Bromley street shows neighbourly love with annual Big Lunch
PUBLISHED: 12:48 09 May 2013 | UPDATED: 12:48 09 May 2013
How well do you know your neighbours? Could you put a name to a face, or even go as far as calling them friends?
In Pope Road, Bromley, there are around 100 homes that have come together for annual celebrations where they break bread, share stories and raise a glass, all in the name of getting to know one and other.
The summer Big Lunch celebrations, launched in 2009 by the Eden Project, aim to bring communities across the country closer together and it was that neighbourly spirit that sparked Pope Road’s first street party.
“A neighbour my age saw my house was a dump when I first moved in and invited me over for dinner one day as I was fixing it up,” said organiser Tony Mitchell.
“I had seen an advert and we said how good it would be to close the road down for a party. The worst that could happen was it would be just be us two eating lunch together in a deserted street.”
This year will be the fifth “Lunch with the Pope” and the first since it was short-listed for a Big Lunch Community Award last month.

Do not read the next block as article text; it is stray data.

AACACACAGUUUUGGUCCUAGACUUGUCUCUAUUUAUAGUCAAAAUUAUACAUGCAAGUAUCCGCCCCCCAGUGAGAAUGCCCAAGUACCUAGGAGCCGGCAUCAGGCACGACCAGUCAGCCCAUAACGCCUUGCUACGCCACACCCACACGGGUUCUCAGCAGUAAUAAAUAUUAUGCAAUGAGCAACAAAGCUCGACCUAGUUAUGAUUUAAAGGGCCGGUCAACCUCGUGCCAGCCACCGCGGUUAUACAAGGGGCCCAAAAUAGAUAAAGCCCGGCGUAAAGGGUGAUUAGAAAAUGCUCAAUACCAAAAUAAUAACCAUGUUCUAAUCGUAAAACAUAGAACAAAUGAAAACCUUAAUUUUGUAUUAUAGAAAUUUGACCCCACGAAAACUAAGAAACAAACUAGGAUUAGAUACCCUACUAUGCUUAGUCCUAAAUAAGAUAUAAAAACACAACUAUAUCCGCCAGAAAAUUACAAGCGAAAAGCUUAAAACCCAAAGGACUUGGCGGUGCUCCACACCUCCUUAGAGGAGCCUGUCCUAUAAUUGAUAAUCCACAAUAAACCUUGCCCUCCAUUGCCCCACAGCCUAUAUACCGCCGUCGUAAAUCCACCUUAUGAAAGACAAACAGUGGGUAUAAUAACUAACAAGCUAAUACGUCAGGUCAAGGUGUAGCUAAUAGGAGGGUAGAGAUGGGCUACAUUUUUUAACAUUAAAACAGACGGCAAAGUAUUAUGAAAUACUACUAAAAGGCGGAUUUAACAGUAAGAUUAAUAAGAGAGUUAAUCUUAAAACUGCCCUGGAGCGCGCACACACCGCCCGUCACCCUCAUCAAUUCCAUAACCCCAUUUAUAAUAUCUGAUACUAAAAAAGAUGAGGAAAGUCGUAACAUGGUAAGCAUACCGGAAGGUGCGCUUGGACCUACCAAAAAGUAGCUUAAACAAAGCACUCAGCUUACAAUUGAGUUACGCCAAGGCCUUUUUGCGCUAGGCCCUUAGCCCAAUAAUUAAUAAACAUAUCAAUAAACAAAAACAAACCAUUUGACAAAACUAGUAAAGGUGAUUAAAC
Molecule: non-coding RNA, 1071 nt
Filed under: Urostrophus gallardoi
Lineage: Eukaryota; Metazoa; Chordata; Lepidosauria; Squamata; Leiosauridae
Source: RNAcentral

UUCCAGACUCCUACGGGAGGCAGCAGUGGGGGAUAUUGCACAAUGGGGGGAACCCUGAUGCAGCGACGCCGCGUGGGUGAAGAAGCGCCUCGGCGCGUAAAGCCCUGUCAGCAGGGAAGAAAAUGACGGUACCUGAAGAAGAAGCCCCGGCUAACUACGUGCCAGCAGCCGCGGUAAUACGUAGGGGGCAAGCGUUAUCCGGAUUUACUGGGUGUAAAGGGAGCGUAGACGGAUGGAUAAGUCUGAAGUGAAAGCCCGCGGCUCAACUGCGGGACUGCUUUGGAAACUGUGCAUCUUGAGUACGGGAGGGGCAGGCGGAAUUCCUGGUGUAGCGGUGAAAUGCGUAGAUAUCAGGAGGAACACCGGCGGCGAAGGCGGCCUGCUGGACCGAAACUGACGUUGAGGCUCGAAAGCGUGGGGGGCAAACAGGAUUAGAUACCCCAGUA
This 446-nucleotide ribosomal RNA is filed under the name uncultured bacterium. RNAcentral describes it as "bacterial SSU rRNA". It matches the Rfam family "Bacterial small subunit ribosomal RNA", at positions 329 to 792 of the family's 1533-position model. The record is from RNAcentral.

Though they missed out on the gong, Tony, 41, is pleased all the hard work by him and his neighbours over the past few years has been recognised.
He said: “There were 35 lunches nominated and we didn’t make the top five, but I was a very happy to be nominated. It’s a nice recognition of the effort we have been putting in.”
Pulling together each year has certainly made a difference to the street’s atmosphere, which father-of-two Tony says is more close-knit – though it’s “not quite like EastEnders” just yet.
Morning nods have been replaced by chats, and a few of the men have even formed a football team.
“We are more aware of people on the road now because we all share common experiences,” said Tony. “New people moving in just embrace it and it’s also a great way to introduce yourself to everyone.”
The first lunch in 2009 was a large-scale event with magicians, entertainers and non-stop barbecues, but it soon became clear people wanted a more modest approach.
Entertainment now consists of music, a kick-about and face painting for children as the adults prefer the chance to relax and take time to talk.
Tony said: “We chose to go all out at first and have a big street party, but you could have a Big Lunch in your back garden – it doesn’t matter.
“It’s been reeled in a bit now because people want to talk and entertain themselves.”
Pope Road’s seasoned Big Lunchers now take some of the burden off Tony, so he can just drop leaflets through doors, knowing everyone will do their bit.
This year is slightly different, with the road hosting a street play day on June 2 and the real Big Lunch in the July sunshine. To find out more, visit lunchwiththepope.org.
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